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After playing World of Warcraft for half a decade and finding no other contenders to its mighty money throne, I was resigned to the idea that Blizzard would be getting $15 a month to fill my MMO addiction. I had high hopes for Champions Online, since I’d rather be a superhero than a gnome warrior but, to put it bluntly, that game was a monstrosity, completely uninteresting and at times unplayable. Soul-crushing as it was, its failure can be contrasted by the great experience that is DC Universe Online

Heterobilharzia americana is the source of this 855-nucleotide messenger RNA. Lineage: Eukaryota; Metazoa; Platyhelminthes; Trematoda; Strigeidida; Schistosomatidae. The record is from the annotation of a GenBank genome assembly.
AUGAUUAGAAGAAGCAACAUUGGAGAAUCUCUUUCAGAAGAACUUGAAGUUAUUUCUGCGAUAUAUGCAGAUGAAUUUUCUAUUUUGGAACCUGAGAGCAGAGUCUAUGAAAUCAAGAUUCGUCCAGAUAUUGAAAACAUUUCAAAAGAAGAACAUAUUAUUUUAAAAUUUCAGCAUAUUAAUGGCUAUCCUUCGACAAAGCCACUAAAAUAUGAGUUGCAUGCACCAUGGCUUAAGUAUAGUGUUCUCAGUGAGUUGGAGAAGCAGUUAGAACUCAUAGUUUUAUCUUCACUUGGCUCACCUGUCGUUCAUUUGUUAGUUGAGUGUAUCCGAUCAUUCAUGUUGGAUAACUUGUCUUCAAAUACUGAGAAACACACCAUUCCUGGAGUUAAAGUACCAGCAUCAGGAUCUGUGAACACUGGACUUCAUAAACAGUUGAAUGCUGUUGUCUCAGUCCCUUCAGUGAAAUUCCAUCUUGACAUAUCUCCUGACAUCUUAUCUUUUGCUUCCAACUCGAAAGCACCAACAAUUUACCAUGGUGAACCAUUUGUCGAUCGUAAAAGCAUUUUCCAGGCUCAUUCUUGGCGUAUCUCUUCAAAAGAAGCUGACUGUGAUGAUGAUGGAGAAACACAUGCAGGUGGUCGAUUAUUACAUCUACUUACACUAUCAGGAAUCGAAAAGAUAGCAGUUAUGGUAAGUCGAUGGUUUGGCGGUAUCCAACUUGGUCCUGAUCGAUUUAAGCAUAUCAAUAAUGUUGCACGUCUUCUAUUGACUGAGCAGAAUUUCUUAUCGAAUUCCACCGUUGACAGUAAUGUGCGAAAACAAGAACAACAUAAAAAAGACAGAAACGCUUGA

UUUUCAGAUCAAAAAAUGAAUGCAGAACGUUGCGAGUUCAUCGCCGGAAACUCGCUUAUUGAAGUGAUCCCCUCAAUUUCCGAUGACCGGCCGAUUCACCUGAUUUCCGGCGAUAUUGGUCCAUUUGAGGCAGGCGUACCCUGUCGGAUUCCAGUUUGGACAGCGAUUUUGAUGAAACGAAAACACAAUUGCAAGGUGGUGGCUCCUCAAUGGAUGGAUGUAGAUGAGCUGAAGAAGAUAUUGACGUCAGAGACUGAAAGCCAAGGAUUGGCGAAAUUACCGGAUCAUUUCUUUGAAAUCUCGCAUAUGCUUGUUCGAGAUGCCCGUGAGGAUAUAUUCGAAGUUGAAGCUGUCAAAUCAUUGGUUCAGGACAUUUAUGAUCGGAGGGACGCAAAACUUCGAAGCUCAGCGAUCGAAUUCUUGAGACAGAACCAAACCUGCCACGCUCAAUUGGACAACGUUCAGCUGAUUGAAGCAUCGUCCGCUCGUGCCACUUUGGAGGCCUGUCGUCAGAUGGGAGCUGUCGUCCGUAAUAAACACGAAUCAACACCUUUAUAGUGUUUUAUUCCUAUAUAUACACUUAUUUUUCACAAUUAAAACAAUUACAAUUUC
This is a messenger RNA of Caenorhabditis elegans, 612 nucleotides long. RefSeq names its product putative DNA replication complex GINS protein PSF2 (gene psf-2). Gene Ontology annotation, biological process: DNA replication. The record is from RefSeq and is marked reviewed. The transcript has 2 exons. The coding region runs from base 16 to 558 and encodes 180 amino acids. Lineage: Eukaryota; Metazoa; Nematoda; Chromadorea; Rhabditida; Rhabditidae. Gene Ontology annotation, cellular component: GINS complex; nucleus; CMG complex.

First off, I despise DC Comics. It is a confusing mess, and other than the Batman Family and their rogues gallery, not a single character in that universe is compelling. That said, the writers at DC put together a rather interesting story that actually puts a world where an invincible alien lives is at risk. In the future, Lex Luthor kills Superman and most of the Justice League, only to find that it was all part of Brainiac’s plan to conquer Earth. With its greatest defenders out of the way, Brainiac takes over, with only Lex surviving. In order to prevent this grim future, Luthor goes back in time to a more recognizable time period (where everyone is still alive), and attempts to prevent his apocalyptic future by releasing nanites that will create a multitude of new meta-humans. This backstory is actually a clever way to explain problems that were ignored in other hero MMOs, such as why the meta to civilian ratio is so out of whack, and why there is a massive battle of every single street. It also is a story the layman, who does not read DC Comics, can understand. You’ll also play out mini-story arcs as quest lines during the game. So far, all the quests follow a relatively similar pattern: kill some dudes at one place, go to another place and pick up some stuff, go to another place and kill more dudes, go into an instance and kill a boss. The quality of the story during these fights vary however, at least in earlier quest lines, as you’ll find yourself fighting alongside D-listers like Parasite or Wonder Girl.